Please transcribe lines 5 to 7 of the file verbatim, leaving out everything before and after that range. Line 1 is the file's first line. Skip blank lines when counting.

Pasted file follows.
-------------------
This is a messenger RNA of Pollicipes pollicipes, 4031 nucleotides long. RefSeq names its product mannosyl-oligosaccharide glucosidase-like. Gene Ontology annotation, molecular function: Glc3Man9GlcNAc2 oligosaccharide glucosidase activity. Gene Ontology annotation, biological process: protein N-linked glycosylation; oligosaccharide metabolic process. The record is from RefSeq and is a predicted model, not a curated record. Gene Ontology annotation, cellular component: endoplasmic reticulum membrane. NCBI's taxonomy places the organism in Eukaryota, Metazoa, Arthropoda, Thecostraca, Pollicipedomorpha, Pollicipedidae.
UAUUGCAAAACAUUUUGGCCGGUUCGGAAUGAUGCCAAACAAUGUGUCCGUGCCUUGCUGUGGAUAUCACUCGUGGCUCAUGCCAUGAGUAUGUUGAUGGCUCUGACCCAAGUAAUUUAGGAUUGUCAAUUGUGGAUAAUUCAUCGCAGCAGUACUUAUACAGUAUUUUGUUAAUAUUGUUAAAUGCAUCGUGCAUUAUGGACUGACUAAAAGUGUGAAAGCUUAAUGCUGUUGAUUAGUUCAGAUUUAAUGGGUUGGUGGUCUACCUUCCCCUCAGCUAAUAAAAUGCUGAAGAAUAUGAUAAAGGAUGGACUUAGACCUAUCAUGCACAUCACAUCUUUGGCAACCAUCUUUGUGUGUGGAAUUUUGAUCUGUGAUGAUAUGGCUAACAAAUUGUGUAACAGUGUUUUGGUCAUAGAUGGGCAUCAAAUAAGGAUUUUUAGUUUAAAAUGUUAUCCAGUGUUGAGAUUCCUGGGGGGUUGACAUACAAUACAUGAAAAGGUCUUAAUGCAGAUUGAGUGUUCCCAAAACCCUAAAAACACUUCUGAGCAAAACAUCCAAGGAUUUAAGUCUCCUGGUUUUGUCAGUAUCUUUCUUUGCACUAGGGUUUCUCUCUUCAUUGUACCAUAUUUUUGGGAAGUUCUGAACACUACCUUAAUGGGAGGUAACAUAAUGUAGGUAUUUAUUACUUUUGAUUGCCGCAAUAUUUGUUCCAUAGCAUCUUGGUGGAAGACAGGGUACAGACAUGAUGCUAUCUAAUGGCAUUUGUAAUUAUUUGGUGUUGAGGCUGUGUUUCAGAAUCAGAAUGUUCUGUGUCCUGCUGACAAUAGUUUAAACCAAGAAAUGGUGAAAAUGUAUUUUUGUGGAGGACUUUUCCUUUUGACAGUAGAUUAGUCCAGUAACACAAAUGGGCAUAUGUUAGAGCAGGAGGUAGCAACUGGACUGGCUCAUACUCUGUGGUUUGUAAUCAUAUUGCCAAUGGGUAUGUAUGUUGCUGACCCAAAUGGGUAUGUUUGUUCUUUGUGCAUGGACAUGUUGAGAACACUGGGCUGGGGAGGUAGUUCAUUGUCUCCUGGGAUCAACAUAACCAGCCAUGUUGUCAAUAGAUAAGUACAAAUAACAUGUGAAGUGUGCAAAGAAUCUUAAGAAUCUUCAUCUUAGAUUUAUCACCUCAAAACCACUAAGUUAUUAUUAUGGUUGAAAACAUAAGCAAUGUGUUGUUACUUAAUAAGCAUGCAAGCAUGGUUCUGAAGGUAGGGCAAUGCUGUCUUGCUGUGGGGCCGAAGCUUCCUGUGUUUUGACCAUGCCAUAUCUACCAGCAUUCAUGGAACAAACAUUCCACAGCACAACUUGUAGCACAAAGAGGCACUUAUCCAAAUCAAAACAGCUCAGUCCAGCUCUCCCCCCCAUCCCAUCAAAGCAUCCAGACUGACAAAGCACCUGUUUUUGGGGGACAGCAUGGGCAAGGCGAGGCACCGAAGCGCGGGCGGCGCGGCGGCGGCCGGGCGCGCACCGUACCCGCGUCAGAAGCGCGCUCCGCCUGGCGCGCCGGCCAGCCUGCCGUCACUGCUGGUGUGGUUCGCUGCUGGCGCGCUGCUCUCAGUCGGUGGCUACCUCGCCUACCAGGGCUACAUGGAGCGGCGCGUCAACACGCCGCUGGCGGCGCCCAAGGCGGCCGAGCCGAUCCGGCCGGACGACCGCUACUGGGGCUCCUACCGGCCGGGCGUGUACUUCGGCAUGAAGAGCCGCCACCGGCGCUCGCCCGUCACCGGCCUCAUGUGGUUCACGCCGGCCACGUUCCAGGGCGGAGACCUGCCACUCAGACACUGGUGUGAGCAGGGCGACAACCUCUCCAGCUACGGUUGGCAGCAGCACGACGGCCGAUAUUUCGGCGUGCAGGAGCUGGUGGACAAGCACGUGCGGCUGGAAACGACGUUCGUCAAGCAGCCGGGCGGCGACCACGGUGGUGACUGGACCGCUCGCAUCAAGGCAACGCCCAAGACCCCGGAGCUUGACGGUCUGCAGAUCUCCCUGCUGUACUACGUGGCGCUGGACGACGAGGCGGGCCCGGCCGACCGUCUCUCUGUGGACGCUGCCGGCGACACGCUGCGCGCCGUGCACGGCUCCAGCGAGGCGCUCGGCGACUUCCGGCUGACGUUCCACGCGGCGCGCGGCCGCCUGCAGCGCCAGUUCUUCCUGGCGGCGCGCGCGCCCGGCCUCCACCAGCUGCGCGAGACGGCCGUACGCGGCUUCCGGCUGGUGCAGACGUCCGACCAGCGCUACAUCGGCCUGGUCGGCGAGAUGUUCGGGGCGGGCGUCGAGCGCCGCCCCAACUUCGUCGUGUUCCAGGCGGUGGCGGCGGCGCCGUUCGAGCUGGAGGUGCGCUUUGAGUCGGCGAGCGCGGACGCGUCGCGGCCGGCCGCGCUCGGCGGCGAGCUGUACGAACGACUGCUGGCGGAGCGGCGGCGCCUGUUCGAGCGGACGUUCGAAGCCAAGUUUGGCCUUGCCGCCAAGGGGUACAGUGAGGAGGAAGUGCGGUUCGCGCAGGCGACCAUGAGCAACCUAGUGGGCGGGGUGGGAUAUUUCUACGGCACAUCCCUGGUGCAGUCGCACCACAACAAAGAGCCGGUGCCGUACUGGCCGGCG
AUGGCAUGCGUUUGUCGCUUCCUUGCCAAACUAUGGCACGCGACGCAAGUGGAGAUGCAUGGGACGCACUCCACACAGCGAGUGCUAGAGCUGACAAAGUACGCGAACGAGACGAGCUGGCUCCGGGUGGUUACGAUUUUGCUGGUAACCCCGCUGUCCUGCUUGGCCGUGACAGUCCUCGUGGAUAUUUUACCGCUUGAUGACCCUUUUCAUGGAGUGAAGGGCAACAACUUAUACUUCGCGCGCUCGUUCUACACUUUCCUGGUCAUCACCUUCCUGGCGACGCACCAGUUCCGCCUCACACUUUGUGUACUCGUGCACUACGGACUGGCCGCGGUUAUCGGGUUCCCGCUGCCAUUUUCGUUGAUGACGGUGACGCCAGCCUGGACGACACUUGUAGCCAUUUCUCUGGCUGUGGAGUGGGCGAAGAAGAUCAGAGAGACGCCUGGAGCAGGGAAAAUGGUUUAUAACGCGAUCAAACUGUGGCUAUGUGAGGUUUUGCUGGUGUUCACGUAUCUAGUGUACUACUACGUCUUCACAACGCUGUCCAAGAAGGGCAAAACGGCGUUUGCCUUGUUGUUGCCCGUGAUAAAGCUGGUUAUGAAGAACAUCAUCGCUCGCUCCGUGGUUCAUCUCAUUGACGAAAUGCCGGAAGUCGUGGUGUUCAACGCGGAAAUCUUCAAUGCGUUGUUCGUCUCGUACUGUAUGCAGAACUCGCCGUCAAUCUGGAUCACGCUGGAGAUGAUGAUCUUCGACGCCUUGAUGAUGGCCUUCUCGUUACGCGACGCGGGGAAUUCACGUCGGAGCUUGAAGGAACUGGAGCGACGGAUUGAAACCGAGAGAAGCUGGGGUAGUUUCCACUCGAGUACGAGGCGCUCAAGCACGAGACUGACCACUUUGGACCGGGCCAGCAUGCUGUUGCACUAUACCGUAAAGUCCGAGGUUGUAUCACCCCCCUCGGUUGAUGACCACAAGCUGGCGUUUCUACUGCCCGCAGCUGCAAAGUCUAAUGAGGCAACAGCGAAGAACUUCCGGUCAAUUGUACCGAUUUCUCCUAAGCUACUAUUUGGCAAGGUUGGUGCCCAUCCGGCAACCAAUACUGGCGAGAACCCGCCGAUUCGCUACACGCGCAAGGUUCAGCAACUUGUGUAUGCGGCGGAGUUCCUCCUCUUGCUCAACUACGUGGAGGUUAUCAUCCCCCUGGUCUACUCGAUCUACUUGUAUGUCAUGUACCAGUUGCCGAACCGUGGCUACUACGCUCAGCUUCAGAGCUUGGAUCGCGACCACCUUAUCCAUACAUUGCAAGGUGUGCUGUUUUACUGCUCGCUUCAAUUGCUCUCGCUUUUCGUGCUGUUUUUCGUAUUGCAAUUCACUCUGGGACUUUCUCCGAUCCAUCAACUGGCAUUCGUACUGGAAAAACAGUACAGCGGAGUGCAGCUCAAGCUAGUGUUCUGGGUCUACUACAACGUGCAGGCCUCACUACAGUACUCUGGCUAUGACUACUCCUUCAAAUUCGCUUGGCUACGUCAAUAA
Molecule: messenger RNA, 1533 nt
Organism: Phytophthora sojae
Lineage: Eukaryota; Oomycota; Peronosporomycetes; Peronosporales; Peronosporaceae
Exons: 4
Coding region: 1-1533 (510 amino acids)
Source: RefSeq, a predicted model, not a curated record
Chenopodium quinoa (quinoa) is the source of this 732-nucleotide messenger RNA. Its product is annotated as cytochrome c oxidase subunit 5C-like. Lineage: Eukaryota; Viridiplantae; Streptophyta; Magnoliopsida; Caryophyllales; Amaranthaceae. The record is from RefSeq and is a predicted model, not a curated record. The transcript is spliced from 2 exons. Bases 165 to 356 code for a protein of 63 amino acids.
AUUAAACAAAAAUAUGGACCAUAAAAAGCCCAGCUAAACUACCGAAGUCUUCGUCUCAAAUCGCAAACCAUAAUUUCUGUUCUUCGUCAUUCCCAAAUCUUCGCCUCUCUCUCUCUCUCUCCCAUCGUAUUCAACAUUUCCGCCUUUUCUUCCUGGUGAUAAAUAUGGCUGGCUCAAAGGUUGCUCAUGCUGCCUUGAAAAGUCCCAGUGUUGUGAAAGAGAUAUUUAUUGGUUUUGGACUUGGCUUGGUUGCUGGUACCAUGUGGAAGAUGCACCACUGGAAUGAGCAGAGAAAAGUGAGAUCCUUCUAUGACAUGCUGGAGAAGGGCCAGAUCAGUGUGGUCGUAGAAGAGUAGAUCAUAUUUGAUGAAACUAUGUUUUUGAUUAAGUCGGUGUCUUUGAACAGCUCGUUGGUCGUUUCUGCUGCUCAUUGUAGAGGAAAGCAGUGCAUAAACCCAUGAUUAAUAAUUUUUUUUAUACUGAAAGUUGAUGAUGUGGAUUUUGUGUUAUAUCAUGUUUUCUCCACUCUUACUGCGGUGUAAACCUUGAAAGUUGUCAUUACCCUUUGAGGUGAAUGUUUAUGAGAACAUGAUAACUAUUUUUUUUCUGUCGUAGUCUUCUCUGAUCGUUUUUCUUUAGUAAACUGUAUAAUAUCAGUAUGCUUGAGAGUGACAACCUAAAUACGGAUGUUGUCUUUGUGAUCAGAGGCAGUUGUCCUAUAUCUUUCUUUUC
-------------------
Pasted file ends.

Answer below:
Organism: Phytophthora sojae
Lineage: Eukaryota; Oomycota; Peronosporomycetes; Peronosporales; Peronosporaceae
Exons: 4